Superconductive wire remains a wannabe technology for many applications. Although some ceramic wires can compete with conventional copper for use in power lines, they don’t meet requirements for widespread use in industrial devices containing wire coils, such as transformers and motors.
Now, a ceramic-wire prototype has performed so well in superconductivity tests that it could win against copper across the gamut of expected uses, its inventors claim. Whether the wire could be made abundantly and cheaply remains uncertain.
Pin-length strips of the wire, a narrow, layered ribbon including a nickel-alloy base and a superconductive ceramic film, attained record currents in magnetic fields like those in coils, report researchers at Oak Ridge (Tenn.) National Laboratory.
“This is a first demonstration that, in a single superconducting wire, you can have such performance,” says Amit Goyal.
Goyal and his colleagues describe the new wire in the March 31 Science.
“We think this is a very important result. It’s a world-record result,” comments Alexis P. Malozemoff of the wire-manufacturing company American Superconductor in Westborough, Mass.
It’s a “proof of principle” but not an advance that could be incorporated directly into American Superconductor’s manufacturing approach, Malozemoff adds.
On the other hand, Goyal says, companies in Japan and Germany are pursuing a wire-making process compatible with the Oak Ridge advance.
Since the early 1990s, many researchers have made wires from ceramic materials, known as high-temperature superconductors, that carry electricity without resistance (SN: 11/30/02, p. 350: Available to subscribers at Resistancefree wire takes long jump). Although the materials superconduct only at less than about 135 kelvins, that’s balmy compared with the temperatures near absolute zero required by some other superconductors.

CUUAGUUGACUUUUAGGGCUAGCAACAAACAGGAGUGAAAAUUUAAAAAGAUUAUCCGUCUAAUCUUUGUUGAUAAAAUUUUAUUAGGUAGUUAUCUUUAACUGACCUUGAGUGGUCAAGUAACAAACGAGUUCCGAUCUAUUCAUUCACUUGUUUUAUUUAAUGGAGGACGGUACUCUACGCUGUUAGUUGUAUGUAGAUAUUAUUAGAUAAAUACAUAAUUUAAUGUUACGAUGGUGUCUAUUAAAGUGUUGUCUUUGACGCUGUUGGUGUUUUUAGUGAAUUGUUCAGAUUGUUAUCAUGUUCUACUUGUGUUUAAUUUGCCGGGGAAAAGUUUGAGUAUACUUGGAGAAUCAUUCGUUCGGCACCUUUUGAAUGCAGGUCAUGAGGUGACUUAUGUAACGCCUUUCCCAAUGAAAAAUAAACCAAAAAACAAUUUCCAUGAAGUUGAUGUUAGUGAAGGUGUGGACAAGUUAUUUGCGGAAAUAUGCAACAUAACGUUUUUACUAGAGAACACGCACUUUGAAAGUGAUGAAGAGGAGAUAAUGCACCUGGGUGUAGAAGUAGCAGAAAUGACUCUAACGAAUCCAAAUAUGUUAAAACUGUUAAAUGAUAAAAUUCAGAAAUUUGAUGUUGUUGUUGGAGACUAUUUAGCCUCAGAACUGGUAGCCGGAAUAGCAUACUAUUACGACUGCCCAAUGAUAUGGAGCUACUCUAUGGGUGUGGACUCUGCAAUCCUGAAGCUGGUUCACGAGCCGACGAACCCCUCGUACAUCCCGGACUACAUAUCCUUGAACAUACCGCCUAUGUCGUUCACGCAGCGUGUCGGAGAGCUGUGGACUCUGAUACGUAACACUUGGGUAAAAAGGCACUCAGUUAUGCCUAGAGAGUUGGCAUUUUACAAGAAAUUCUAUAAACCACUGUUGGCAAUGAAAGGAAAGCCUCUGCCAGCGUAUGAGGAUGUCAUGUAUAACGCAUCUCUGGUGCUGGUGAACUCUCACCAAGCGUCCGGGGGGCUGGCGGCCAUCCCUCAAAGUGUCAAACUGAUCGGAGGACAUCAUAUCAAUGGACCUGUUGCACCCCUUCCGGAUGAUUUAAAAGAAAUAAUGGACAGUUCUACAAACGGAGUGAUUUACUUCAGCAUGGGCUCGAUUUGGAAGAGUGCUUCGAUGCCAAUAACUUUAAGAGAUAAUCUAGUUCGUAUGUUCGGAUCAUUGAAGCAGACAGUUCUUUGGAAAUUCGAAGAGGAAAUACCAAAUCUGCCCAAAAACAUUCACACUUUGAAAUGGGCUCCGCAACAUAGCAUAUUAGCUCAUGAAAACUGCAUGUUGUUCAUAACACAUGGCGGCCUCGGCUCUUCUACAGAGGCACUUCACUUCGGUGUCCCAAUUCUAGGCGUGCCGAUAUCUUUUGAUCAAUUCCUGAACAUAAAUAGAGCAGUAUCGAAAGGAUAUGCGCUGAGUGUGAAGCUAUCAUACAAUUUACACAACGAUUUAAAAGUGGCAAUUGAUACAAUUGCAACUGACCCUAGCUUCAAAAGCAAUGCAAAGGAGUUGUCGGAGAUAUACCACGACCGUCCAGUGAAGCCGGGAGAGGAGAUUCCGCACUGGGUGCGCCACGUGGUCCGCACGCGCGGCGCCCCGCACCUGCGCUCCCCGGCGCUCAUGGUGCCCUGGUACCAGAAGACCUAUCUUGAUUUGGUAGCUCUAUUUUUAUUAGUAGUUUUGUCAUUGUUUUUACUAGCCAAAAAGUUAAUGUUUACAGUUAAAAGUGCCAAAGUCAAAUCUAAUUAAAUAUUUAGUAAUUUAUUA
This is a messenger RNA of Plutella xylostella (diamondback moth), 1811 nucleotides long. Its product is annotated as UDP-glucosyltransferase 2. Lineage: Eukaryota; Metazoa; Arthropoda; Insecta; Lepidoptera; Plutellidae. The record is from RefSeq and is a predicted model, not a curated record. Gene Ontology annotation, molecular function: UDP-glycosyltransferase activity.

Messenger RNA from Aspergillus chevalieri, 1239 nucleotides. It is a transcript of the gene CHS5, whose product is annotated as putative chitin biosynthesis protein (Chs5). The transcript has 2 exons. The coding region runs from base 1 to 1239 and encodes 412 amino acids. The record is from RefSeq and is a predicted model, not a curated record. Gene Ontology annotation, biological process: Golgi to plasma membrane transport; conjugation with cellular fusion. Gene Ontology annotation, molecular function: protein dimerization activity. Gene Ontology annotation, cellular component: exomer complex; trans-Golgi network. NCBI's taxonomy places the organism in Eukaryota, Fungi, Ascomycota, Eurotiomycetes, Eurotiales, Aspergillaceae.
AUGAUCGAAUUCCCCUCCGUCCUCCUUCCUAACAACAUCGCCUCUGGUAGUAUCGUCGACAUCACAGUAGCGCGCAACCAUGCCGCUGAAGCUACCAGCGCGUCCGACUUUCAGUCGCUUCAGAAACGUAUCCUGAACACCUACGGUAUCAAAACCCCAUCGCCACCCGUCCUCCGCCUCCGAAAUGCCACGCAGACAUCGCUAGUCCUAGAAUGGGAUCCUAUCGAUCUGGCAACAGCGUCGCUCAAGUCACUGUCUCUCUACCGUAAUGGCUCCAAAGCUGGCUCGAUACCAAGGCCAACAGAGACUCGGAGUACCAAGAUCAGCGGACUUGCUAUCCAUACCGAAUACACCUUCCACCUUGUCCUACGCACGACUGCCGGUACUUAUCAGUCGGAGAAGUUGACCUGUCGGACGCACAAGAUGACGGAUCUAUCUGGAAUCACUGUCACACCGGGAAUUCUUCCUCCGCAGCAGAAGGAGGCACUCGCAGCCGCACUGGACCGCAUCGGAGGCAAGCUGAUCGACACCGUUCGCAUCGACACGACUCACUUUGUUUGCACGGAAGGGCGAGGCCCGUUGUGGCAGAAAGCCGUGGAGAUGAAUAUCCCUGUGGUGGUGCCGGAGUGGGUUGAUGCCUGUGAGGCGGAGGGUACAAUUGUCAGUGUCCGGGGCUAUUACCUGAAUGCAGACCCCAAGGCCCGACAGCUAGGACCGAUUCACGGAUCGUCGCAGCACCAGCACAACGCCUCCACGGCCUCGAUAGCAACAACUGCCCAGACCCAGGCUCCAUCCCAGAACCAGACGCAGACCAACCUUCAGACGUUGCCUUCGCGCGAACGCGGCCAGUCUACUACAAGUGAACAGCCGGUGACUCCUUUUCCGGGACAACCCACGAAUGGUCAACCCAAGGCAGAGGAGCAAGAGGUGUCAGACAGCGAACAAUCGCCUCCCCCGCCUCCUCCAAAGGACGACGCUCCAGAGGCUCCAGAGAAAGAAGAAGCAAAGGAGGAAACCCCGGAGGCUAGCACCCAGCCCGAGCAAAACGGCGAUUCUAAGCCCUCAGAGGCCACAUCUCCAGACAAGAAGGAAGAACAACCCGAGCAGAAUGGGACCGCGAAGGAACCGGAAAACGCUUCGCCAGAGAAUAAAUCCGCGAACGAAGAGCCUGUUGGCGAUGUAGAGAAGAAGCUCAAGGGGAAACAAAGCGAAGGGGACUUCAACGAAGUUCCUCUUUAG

American Superconductor and other companies already produce such a wire, but it contains silver, making it pricey. Furthermore, it’s superconductive in high magnetic fields only when it’s cooled to about 30 K. A magnetic field tends to disrupt superconductivity when eddies of electric current created by the magnetic field move along with the main current.
In wires such as the Oak Ridge prototype, structural irregularities in the ceramic coating can preserve superconductivity by holding the eddies in place.
Using a laser in a vacuum, the Oak Ridge team vaporized a mixture of powders of the superconductive compound yttrium barium copper oxide (YBCO) and of barium zirconate, which doesn’t superconduct. As the vapor condensed on the ribbon, it formed a film of YBCO containing nanometer-scale disks of barium zirconate.
The Oak Ridge team reports that the barium zirconate disks stack up in orderly columns that span the film. The wires’ exceptional performance stems from how well such columns pin down the eddies, the group concludes.
Stephen R. Foltyn of the Los Alamos (N.M.) National Laboratory says that the Oak Ridge samples’ performance is similar to that of the wires that he and his colleagues previously made of YBCO with randomly scattered barium zirconate particles.
David C. Larbalestier of the University of Wisconsin–Madison says that the Oak Ridge wire is an advance because its superconducting layer is thicker than that of earlier prototypes. Although he doubts that the vaporization method is compatible with manufacturing, he says, “the new result … shows the technology has real legs.”